Incense dates back to the dawn of history and is found in many world cultures. India is just one of the many homes to incense, with references to it dating back to the Vedas. In various parts of India, festivities and worship is celebrated in many ways but one facet that unites them all is the use of Incense. We will be taking our readers on a series of tours following “The Incense Trail” connecting places and spiritual destinations that we’re sure every reader will want to visit. We begin in our very own backyard and this post, we take you on a tour of must-visit sites in Karnataka:
No survey of places in India would be complete without mentioning the gorgeous stone temples of Hampi. While there are several temples and historical spots to visit in the ancient city, several travelers cite that one of the most memorable recollections that they have of their trip is the light fragrance of incense that is mingled in the cool breeze.
Gokarna has something for everyone- you may want to go on a temple tour while your loved ones would prefer to loll around on the beach with a refreshing beverage. Known for some of the most stunning Shiva Temples in India, Incense plays a key role throughout the idyllic destination. So much so, that vendors and street performers along with selling their usual wares of tea, sweets and flowers also carry an ample stock on incense sticks where ever they go. Some tourists even prefer to light their agarbathies as they wade into the clear water.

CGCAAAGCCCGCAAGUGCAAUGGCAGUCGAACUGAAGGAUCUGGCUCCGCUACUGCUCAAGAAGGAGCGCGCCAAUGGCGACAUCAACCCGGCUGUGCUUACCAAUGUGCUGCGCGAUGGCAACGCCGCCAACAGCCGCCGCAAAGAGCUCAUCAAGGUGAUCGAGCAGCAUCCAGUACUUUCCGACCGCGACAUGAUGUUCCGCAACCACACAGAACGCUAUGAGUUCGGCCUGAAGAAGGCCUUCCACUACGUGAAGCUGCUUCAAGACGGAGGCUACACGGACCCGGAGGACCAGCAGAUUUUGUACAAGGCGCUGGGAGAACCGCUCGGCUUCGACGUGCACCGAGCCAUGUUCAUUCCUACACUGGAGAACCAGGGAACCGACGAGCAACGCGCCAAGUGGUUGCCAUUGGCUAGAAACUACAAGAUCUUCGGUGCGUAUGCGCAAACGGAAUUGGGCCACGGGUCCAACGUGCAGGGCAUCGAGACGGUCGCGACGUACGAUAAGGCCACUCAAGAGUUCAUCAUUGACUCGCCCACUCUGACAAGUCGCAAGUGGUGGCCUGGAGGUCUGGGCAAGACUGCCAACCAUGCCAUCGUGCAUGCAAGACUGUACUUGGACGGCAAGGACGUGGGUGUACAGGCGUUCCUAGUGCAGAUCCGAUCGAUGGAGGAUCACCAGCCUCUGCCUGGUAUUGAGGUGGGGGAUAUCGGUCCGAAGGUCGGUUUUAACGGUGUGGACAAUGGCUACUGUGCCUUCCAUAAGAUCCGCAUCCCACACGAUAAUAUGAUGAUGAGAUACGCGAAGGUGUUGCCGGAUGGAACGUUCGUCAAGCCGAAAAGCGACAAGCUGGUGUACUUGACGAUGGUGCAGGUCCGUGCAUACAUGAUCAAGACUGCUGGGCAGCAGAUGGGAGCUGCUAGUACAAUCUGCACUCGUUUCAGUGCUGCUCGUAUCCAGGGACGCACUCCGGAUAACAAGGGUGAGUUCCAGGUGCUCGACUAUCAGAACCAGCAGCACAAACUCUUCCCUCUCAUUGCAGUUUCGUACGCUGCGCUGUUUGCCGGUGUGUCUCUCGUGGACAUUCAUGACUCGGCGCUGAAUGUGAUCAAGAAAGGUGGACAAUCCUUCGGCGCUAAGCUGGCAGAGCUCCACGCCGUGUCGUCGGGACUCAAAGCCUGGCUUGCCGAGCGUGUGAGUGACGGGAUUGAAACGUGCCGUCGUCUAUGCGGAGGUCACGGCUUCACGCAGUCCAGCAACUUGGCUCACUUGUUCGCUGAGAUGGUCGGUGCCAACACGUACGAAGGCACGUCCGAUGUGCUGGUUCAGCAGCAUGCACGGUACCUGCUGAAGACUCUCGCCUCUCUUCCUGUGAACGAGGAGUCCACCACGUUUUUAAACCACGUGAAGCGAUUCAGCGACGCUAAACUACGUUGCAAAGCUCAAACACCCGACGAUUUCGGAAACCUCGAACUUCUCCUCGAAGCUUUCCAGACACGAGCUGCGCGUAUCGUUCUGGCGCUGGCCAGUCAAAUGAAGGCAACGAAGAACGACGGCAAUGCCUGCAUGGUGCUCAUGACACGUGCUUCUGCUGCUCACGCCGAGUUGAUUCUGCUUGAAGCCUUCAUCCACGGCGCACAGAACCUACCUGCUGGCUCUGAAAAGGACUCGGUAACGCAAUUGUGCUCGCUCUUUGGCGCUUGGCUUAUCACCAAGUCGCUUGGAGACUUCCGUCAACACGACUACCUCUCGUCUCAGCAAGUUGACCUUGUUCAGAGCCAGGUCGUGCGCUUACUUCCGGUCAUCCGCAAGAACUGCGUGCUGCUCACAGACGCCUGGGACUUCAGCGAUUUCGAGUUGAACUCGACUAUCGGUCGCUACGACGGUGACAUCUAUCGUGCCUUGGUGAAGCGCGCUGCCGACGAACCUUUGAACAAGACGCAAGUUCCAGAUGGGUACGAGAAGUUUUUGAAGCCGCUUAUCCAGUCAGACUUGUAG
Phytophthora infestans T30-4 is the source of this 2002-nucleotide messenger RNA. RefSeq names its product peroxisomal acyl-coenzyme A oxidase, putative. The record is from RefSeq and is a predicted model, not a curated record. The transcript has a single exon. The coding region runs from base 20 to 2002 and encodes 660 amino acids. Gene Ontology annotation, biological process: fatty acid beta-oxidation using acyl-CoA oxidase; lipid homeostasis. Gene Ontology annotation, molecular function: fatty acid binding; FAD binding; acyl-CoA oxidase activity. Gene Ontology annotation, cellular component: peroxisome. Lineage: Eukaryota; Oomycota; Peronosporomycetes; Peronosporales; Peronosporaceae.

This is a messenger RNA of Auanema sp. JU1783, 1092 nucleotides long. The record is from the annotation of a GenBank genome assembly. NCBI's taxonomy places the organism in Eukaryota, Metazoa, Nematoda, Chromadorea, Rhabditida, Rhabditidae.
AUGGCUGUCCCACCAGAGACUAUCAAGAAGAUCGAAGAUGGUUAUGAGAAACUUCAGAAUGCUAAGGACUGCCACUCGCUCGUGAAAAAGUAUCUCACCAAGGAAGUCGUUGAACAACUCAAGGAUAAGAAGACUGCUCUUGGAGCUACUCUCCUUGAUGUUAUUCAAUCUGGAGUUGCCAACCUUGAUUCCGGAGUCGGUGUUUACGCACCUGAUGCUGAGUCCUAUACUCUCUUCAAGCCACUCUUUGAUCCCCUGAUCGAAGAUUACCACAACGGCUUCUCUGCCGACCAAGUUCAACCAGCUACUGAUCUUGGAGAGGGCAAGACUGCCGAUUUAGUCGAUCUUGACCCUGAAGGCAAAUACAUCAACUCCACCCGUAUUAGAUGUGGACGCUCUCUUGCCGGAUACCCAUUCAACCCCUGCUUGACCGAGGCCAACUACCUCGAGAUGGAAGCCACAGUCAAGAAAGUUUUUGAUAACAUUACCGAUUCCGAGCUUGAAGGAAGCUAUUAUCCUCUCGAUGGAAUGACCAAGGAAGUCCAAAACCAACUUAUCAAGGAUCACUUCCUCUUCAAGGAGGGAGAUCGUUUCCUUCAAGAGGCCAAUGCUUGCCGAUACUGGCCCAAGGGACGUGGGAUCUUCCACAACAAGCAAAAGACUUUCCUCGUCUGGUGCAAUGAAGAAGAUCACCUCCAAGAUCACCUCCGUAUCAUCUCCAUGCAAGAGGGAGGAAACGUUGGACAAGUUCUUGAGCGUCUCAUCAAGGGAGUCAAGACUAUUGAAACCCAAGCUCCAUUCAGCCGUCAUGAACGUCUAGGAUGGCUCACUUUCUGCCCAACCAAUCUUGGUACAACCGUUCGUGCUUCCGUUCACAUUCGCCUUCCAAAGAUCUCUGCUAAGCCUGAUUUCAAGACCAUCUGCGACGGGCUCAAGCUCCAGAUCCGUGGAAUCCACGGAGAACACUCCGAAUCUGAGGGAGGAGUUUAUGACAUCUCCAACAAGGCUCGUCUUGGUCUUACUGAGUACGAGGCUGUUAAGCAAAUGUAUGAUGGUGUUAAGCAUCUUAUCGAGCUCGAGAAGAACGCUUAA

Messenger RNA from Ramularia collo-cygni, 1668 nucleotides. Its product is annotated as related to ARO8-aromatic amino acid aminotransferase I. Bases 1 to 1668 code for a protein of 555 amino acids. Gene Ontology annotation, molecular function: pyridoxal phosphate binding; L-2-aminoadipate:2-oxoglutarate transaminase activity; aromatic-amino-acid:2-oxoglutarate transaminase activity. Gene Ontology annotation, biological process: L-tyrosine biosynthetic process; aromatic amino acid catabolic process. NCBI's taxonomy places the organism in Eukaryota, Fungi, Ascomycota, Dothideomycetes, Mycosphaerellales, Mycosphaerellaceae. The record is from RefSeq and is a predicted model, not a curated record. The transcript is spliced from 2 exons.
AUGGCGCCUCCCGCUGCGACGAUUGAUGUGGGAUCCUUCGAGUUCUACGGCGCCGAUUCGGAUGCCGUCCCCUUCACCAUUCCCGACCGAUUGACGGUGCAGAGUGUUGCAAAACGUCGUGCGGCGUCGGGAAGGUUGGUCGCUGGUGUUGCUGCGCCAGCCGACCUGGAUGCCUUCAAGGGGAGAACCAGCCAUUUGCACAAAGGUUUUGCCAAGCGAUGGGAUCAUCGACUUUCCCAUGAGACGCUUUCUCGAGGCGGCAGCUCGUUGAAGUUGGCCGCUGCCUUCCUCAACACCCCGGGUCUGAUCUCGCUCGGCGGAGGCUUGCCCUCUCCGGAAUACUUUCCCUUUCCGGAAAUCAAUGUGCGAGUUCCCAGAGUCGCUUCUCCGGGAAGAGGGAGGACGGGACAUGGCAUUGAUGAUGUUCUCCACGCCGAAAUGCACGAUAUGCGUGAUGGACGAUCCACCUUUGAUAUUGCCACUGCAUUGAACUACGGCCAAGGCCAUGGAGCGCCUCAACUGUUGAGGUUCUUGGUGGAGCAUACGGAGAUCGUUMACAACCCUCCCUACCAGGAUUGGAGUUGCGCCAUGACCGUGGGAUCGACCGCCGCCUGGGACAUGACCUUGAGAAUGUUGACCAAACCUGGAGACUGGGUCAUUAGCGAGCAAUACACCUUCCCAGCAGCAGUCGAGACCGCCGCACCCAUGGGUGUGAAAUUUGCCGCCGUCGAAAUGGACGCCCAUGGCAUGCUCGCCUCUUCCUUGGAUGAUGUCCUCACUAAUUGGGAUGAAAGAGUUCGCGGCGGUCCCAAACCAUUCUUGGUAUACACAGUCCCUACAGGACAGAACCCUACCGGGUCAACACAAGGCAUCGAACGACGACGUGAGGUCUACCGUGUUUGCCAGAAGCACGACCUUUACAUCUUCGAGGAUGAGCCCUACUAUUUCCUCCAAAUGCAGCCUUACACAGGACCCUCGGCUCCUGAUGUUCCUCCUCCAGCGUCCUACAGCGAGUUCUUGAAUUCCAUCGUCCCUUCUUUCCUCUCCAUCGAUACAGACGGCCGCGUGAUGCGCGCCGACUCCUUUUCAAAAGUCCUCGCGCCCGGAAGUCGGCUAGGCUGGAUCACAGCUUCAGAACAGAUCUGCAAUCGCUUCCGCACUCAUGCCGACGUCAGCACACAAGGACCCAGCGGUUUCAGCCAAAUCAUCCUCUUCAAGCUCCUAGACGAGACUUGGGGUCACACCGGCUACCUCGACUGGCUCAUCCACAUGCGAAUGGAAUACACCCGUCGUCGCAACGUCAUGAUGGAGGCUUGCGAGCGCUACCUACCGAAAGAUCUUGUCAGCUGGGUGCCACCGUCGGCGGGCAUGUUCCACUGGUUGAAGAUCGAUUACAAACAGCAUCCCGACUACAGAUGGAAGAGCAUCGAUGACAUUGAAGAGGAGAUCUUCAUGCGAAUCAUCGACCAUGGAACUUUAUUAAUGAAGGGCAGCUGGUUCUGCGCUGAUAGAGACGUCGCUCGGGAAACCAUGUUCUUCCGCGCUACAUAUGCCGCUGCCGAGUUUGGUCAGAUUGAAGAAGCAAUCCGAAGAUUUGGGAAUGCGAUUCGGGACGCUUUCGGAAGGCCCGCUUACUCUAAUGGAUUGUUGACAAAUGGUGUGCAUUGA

3. Milagres Church (Mangalore)
Located in the Hampankatta district of Mangalore, this church’s name roughly translates into Church of Our Lady of Miracles. It was built by the Portuguese in 1680 after receiving a grant of land from Keladi Queen Chennamma . While the church has held a tumultuous place in history, the present structure is one that is flocked to by devotees of multiple religions. As a church that is part of the Roman Catholic tradition of Christianity, incense is a utilized during every mass as a purification ritual.
4. Solaha-khamb Mosque at Bidar
In 1427, Sultan Alla-Ud-Din Bahman moved his capital to Bidar and began building the Bidar Fort and other resplendent Islamic monuments. One such structure was the Solaha-khamb mosque that has 19 prayer halls and a roof composed of 84 domes. An architectural marvel, the mosque should be on the list of those seeking historical learning. If you do get a chance to visit, be sure to carry a light, portable pack of incense. Light one while you’re there and allow the atmosphere of the mosque transport you to a forgotten time.
Incense continues to be a part of our lives, whether on home or on holiday! Explore these gorgeous destinations and allow the purifying quality of incense take away all of life’s woes.
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